Publications (3)7.9 Total impact

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    ABSTRACT: During early development, tight junction biogenesis and the differentiation of the first epithelium in the blastocyst is critical for embryonic patterning and organization. Here, we discuss the programme of exactly timed transcription, translation, and post-translational modification of specific junctional proteins that regulates the stepwise membrane assembly of tight junctions during cleavage in the mouse model. Underlying mechanisms that coordinate these processes are discussed along with newly emerging data from other mammalian species. In the mouse embryo, junction assembly follows the establishment of cell polarity at the 8-cell stage and is characterized by sequential membrane delivery of JAM-1, ZO-1α− and Rab13, cingulin and ZO-2 followed by ZO-1α+ and occludin. Tight junction assembly occurs over three developmental stages; compaction, first differentiative division and cavitation. Post-translational modification of occludin, the late expression of ZO-1α+ isoform and their intracellular colocalisation may all contribute to the rapid coordinated delivery of these two proteins to the membrane, resulting in the final sealing of the tight junction followed by blastocoel cavitation. This coordinated delivery of these two tight junction-associated proteins may therefore provide a rate limiting step for the sealing of tight junctions and regulated timing of blastocoel cavitation. Taken together, our studies in mouse, human and bovine embryos suggest that defects in the tightly controlled programming of early development may contribute to reduced embryo viability.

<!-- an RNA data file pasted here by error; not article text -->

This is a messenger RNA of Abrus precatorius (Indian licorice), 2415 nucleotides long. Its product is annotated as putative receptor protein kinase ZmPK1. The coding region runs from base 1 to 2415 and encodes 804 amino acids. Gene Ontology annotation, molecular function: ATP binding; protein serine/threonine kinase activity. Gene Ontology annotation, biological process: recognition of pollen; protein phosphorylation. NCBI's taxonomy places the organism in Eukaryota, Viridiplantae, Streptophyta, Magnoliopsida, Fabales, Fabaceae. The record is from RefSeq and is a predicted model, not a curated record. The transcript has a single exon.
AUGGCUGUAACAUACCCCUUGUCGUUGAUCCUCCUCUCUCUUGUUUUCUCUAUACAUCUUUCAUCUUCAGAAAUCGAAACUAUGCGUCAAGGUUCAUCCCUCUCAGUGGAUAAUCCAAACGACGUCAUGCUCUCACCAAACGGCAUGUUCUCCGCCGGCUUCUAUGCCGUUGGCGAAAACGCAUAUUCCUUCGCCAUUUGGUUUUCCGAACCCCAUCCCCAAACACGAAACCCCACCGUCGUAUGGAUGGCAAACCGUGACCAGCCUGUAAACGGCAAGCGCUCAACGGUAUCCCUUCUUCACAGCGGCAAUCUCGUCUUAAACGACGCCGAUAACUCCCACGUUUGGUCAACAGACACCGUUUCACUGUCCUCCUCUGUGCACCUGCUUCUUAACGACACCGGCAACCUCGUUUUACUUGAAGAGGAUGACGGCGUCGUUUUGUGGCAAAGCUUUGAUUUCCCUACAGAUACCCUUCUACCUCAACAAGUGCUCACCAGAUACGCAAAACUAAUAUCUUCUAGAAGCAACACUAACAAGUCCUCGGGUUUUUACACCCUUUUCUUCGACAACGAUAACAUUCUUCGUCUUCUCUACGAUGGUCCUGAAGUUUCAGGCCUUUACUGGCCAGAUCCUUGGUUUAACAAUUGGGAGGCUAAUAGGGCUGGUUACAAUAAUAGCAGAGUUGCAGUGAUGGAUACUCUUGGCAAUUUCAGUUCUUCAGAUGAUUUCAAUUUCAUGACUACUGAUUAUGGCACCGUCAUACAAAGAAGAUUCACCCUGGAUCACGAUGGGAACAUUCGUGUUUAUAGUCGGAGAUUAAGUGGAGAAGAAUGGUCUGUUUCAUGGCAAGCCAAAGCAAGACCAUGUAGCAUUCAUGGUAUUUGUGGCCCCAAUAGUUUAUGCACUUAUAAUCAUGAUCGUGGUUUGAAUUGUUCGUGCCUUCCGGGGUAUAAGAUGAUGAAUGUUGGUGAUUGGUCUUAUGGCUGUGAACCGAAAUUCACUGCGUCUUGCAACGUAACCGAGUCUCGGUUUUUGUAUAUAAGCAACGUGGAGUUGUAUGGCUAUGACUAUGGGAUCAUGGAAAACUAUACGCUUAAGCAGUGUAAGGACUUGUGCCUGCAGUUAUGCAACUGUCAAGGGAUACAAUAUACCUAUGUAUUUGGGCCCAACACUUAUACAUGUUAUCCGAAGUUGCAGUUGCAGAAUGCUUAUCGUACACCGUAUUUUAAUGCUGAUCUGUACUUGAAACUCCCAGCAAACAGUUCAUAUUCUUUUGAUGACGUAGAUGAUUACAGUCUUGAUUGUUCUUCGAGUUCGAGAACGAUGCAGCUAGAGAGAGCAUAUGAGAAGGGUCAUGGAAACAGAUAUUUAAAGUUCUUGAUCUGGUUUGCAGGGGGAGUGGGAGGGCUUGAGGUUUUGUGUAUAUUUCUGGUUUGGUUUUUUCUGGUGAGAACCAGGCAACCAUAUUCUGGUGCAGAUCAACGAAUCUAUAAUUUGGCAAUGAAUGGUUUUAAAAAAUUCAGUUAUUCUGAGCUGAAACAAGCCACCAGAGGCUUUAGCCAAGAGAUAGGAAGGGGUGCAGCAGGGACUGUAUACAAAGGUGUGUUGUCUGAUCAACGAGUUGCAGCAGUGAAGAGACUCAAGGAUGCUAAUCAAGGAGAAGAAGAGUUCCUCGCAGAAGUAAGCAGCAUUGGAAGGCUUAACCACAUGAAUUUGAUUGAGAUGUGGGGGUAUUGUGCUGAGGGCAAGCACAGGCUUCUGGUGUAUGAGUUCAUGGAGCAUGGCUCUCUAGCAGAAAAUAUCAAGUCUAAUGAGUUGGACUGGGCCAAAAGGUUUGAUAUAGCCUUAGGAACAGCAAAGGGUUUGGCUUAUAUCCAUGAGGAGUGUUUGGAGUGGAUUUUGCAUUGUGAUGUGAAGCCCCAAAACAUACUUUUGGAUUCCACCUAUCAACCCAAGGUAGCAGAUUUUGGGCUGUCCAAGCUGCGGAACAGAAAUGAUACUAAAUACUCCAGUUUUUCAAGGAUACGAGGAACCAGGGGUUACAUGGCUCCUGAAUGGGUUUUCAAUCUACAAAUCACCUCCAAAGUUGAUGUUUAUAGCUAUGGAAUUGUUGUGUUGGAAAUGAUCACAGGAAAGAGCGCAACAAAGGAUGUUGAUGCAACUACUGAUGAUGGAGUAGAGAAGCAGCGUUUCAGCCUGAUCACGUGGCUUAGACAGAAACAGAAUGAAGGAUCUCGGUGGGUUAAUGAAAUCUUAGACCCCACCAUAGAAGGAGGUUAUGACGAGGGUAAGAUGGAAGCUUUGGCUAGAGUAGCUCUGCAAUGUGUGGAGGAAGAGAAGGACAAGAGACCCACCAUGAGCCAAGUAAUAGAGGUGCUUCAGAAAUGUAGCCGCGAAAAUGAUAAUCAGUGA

02/2007: pages 164-174;
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    ABSTRACT: We have investigated the contribution of the tight junction (TJ) transmembrane protein junction-adhesion-molecule 1 (JAM-1) to trophectoderm epithelial differentiation in the mouse embryo. JAM-1-encoding mRNA is expressed early from the embryonic genome and is detectable as protein from the eight-cell stage. Immunofluorescence confocal analysis of staged embryos and synchronized cell clusters revealed JAM-1 recruitment to cell contact sites occurred predominantly during the first hour after division to the eight-cell stage, earlier than any other TJ protein analysed to date in this model and before E-cadherin adhesion and cell polarization. During embryo compaction later in the fourth cell cycle, JAM-1 localized transiently yet precisely to the apical microvillous pole, where protein kinase Czeta (PKCzeta) and PKCdelta are also found, indicating a role in cell surface reorganization and polarization. Subsequently, in morulae and blastocysts, JAM-1 is distributed ubiquitously at cell contact sites within the embryo but is concentrated within the trophectoderm apicolateral junctional complex, a pattern resembling that of E-cadherin and nectin-2. However, treatment of embryos with anti-JAM-1-neutralizing antibodies indicated that JAM-1 did not contribute to global embryo compaction and adhesion but rather regulated the timing of blastocoel cavity formation dependent upon establishment of the trophectoderm TJ paracellular seal.
    Journal of Cell Science 12/2004; 117(Pt 23):5599-608. DOI:10.1242/jcs.01424 · 5.33 Impact Factor
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    ABSTRACT: During early development, the eutherian mammalian embryo forms a blastocyst comprising an outer trophectoderm epithelium and enclosed inner cell mass (ICM). The short-term goal of blastocyst morphogenesis, including epithelial differentiation and segregation of the ICM, is mainly regulated autonomously and comprises a combination of temporally controlled gene expression, cell polarisation, differentiative cell divisions and cell-cell interactions. This aspect of blastocyst biogenesis is reviewed, focusing, in particular, on the maturation and role of cell adhesion systems. Early embryos are also sensitive to their environment, which can affect their developmental potential in diverse ways and may lead to long-term consequences relating to fetal or postnatal growth and physiology. Some current concepts of embryo-environment interactions, which may impact on future health, are also reviewed.
    Reproduction Fertility and Development 02/2004; 16(3):325-37. DOI:10.10371/RD03070 · 2.58 Impact Factor